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BULLETINS “IISEPS NEWS” N 3 (37) SEPTEMBER

IISEPS News, N 3 (37), 2005

Content:

Preface

STRENGTHENING PRO-“WIDE EUROPE” ATTITUDES IN BELARUS:

September-2005
Foes all around!?
Polish issue
Those whom the Belarusians trust
Who is who in Belarus
The currency which Belarusians prefer
The incomes they receive in Belarus
State care about common Belarusians
Are Belarusians concerned about unemployment?
What is going on over integration?
For truly bilingual country: Belarusian vs Russian languages
Belarus – for Belarusians?
What do people think about fluctuations of A. Lukashenko’s rating?
Rating of A. Lukashenko and his rivals
Sidewalk democracy
Trust to the mass media
Some results of the nation opinion poll conducted in September of 2005

OPEN FORUM:

Prof. Oleg Manaev, Ph.D., Director of IISEPS
The Report at the Congress of Democratic Forces

Alexander Bukhvostov, Chairman of Organizing Committee at the Congress of Democratic Forces
Time of changes’s come; we shouldn’t miss it

Brief on the talk with O. T. Manaev in the Belarusian Ministry of Justice

BOOKSHELF:

Igor Pelipas, Ph.D., Director of the Recearch Center of Institution of Privatization and Management
“Belarus: Road into the Future. Manual for the Parliament”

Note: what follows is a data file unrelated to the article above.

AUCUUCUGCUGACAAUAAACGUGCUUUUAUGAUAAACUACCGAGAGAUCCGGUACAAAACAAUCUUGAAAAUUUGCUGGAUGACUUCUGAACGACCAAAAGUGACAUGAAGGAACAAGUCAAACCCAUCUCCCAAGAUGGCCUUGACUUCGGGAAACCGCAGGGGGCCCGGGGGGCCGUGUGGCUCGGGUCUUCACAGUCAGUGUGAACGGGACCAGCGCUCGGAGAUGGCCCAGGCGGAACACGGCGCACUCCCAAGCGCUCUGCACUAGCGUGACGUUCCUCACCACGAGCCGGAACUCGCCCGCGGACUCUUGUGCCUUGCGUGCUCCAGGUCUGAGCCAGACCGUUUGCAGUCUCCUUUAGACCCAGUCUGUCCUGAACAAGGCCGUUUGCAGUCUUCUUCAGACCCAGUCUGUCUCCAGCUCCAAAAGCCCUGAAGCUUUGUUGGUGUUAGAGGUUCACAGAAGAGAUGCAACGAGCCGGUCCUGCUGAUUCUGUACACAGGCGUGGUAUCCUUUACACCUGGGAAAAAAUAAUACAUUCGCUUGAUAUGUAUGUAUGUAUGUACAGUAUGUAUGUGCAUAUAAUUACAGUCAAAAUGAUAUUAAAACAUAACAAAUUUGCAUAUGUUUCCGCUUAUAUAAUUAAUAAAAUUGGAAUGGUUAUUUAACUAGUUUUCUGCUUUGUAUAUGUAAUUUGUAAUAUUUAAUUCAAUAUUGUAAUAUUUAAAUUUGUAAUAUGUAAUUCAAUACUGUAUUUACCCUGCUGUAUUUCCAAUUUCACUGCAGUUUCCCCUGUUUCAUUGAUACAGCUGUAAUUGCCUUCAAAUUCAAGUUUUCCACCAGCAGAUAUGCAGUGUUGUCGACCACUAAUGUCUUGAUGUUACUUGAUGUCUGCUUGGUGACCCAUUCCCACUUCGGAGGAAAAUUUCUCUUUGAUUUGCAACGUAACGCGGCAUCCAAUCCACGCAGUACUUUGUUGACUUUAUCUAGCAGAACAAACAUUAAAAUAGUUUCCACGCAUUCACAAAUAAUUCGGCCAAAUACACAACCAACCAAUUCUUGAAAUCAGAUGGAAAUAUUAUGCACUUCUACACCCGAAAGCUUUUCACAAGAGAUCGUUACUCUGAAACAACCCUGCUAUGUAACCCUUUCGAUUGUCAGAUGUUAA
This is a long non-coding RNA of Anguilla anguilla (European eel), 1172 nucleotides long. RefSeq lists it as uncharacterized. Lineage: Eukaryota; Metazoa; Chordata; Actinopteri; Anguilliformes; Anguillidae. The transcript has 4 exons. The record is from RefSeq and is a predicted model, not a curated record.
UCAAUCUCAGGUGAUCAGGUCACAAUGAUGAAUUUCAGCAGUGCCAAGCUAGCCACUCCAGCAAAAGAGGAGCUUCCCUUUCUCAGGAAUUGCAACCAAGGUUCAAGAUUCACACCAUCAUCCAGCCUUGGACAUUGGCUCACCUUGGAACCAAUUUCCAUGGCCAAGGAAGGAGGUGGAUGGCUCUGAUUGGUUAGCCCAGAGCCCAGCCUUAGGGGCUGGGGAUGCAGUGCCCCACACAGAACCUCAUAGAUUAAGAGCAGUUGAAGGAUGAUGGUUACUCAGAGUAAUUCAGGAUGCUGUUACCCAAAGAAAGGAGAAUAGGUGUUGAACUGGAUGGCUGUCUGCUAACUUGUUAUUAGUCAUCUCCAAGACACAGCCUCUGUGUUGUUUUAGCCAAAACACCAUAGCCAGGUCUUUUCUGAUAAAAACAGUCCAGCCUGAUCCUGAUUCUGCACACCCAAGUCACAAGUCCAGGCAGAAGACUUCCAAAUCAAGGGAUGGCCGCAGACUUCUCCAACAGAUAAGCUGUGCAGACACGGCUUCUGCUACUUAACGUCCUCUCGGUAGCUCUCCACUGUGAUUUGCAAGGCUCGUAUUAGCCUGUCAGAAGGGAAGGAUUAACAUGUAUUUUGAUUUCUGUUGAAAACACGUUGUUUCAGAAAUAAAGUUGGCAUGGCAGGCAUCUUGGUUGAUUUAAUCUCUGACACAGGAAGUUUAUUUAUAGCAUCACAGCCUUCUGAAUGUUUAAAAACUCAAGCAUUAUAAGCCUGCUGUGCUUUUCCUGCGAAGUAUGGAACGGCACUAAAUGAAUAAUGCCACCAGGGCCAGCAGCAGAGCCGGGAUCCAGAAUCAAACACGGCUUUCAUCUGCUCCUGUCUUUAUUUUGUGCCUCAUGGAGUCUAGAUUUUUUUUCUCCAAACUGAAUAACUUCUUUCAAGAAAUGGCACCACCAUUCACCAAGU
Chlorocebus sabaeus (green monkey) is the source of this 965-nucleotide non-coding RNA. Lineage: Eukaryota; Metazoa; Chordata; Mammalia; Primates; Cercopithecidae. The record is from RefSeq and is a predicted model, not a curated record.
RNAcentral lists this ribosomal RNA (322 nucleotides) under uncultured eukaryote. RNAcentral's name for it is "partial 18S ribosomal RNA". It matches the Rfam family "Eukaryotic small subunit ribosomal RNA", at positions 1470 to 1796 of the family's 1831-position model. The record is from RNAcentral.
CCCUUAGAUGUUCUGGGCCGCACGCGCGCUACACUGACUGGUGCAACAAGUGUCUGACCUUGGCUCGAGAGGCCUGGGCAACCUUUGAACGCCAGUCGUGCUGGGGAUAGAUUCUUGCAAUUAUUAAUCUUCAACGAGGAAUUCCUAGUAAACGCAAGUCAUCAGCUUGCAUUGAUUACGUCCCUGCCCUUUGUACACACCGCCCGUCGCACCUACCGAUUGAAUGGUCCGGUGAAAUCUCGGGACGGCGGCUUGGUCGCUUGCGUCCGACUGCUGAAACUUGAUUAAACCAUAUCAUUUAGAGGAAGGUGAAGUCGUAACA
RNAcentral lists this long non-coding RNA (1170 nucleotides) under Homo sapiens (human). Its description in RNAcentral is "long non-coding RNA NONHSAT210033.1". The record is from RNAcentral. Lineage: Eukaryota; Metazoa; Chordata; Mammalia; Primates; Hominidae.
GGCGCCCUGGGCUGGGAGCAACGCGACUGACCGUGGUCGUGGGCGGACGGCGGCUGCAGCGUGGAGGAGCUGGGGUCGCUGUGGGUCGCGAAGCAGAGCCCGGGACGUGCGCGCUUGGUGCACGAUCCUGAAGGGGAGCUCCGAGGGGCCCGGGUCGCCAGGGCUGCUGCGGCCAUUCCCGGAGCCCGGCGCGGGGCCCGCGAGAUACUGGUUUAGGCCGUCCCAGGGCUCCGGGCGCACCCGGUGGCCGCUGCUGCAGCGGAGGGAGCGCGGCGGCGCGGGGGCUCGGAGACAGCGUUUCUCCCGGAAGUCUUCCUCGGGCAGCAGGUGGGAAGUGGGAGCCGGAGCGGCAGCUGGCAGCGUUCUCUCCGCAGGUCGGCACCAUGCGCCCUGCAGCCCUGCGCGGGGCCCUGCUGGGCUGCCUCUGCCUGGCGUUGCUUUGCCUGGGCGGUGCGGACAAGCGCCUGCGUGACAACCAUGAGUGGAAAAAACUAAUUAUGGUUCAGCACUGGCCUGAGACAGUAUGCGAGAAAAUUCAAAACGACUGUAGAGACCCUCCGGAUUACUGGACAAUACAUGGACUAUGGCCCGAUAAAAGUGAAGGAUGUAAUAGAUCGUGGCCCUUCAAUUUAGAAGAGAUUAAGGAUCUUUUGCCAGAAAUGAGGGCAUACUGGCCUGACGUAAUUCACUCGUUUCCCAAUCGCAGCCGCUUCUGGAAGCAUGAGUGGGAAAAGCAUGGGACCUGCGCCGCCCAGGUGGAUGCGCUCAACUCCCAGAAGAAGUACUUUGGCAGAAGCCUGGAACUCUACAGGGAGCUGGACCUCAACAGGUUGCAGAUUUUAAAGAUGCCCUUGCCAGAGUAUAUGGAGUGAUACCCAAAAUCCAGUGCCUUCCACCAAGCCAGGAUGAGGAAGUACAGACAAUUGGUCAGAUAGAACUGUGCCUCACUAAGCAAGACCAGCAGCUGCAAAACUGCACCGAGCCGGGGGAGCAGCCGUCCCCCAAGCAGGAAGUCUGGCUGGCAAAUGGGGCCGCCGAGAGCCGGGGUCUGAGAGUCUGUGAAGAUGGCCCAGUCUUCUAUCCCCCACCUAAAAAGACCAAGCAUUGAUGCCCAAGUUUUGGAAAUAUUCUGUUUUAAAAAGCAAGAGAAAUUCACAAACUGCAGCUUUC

Preface:

Dear readers!

 

This issue of the analytical bulletin “IISEPS News” offers to your attention materials reflecting the most interesting results of institute’s studies in the third quarter of 2005.
In August, during his business trip around Slutsk district, A. Lukashenko stated that he had been actually carrying presidential election campaign starting from September 10, 2001. This means that all the resources he has (administrative, financial, informational, etc.), i.e. all state resources, have been used for only one purpose – his election for the third term in July 2006. Many events and phenomena of the Belarusian public and political life become clear in the light of this statement. For example, this is growing rating of the president: after a minor decrease (47.7% right after the October referendum, 46.4% in March and 41.7% in May 2005) it went up in September to 47.3%. As the election date comes, budgetary payments to certain population groups go up, Russia-Belarus relations turn steady, propaganda campaign gets more aggressive, self-isolation at the international arena increases, etc. All this wouldn’t happen if not for the targeted and unlimited use of state resources.
Another result of this campaign is the significant growth of isolation-oriented and even negative attitude of the Belarusians to the outside world. Many Belarusians started taking their closest neighbors from the EU – Baltic States and Poland – as hostile and far-away Iran and North Korea – as friendly countries. As the research shows, these attitudes haven’t yet penetrated deep into the mass consciosness and mass behavior (on the scale of social distance, these peoples are taken fairly well), yet the state propaganda undoubtedly affects it.